“The beloved American baritone Sanford Sylvan died Tuesday at his home in Manhattan,” writes Tom Huizenga on Thursday’s (1/31) at National Public Radio. “Marc Mandel, a close family friend and director of program publications at the Boston Symphony Orchestra, said that the death was ‘entirely sudden’ and that it was ‘deemed to be of natural causes.’ Sylvan was 65. Sylvan may be best remembered … for his arresting performances in [Peter Sellars’s] decidedly modern takes on Mozart’s Cosí fan tutte and The Marriage of Figaro.… He … focused on singing with small forces, including performing many Bach cantatas at [Boston’s] Emmanuel Church…. Sylvan became widely praised as a recitalist…. Sylvan’s warm, agile baritone, and the way he used it, made him an uncommonly communicative singer…. Sylvan … was raised in New York [and] entered the Manhattan School of Music after high school…. Sylvan shined in … the wheelchair-bound lead role in [John] Adams’ opera The Death of Klinghoffer in 1991 and as Chou En-lai in Adams’ first opera, 1987’s Nixon In China…. In recent years, Sylvan concentrated on his teaching…. He was a faculty member at the Juilliard School since 2012.” Survivors include his mother, Leonore Sylvan, sister, Gwen Sylvan, and brother, Seth Sylvan.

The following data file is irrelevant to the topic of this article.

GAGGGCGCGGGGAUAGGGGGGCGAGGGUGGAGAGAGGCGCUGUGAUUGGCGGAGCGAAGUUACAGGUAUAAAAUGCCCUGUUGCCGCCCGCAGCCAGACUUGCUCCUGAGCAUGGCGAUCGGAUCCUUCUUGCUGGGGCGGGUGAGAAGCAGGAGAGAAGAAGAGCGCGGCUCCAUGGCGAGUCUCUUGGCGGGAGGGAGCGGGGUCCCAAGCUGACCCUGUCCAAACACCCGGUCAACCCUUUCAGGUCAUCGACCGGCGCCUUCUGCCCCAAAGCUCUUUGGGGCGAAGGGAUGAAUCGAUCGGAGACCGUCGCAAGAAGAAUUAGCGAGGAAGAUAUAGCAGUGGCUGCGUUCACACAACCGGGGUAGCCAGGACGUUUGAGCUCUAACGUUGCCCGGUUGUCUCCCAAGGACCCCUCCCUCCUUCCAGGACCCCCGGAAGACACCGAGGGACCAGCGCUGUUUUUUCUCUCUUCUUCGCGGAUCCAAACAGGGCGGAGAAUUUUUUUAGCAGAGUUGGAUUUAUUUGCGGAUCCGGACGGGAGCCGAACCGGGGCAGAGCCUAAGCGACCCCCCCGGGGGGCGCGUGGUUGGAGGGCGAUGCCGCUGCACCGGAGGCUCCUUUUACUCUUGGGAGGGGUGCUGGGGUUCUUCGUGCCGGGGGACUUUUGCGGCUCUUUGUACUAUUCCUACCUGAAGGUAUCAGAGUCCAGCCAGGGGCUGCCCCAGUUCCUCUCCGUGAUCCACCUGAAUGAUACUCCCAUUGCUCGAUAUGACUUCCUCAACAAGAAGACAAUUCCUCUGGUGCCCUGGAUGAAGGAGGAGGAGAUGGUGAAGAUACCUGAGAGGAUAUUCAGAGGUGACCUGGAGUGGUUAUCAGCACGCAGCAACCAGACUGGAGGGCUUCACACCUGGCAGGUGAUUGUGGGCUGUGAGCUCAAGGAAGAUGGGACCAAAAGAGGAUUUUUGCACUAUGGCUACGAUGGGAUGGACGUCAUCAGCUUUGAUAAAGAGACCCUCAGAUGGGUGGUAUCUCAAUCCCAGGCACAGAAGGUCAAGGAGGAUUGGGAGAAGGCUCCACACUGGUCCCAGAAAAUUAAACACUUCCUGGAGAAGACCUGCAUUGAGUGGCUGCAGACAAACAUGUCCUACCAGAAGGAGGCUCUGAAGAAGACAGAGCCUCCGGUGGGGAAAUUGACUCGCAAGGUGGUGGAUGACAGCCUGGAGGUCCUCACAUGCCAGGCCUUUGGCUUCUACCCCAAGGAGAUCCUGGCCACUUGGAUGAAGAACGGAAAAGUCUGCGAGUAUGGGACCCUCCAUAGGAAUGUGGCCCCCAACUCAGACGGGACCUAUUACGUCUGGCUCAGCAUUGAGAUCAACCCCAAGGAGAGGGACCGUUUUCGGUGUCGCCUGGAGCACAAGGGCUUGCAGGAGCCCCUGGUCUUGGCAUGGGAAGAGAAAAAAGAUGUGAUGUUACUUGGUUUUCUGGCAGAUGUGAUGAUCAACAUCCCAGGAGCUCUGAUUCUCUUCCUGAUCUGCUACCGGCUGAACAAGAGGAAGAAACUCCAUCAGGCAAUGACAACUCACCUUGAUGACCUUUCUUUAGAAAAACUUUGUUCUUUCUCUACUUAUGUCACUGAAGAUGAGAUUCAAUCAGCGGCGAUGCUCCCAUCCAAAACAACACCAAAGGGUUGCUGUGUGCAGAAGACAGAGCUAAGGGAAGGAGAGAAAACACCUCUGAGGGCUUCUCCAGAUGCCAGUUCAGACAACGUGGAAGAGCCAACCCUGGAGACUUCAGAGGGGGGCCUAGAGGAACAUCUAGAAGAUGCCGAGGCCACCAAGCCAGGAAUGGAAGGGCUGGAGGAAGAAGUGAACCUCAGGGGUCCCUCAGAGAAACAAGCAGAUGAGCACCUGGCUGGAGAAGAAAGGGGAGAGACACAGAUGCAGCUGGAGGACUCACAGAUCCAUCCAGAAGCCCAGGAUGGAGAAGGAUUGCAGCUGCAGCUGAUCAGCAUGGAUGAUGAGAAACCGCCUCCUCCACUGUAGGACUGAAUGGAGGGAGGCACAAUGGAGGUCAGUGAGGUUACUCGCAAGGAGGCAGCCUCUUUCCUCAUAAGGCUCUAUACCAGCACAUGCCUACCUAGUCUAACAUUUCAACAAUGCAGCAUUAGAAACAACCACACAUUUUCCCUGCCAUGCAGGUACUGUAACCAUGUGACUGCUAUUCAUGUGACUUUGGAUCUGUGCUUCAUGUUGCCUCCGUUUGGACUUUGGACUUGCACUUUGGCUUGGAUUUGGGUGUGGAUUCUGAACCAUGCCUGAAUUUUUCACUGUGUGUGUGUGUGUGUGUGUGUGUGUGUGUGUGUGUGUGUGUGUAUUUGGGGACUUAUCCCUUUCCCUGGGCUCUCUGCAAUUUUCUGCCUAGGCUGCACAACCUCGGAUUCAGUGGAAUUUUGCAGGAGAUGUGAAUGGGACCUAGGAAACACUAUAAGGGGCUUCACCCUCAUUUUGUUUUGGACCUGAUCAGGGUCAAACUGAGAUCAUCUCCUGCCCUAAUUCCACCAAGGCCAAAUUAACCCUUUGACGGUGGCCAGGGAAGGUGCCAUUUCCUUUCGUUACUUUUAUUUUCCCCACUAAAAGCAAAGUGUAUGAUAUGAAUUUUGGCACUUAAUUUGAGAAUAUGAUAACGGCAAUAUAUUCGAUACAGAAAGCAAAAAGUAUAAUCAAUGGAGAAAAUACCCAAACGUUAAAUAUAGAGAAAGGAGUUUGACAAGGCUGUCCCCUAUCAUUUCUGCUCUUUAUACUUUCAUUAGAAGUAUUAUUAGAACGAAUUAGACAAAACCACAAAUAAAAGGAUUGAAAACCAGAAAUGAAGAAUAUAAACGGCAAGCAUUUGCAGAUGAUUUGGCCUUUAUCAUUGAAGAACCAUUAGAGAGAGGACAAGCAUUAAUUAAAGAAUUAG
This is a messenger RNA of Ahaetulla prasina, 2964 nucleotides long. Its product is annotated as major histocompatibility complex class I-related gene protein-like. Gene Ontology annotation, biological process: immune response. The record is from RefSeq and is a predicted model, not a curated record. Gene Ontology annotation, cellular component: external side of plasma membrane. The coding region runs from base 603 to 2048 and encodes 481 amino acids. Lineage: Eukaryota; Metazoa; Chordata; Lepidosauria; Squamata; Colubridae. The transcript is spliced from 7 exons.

Posted February 1, 2019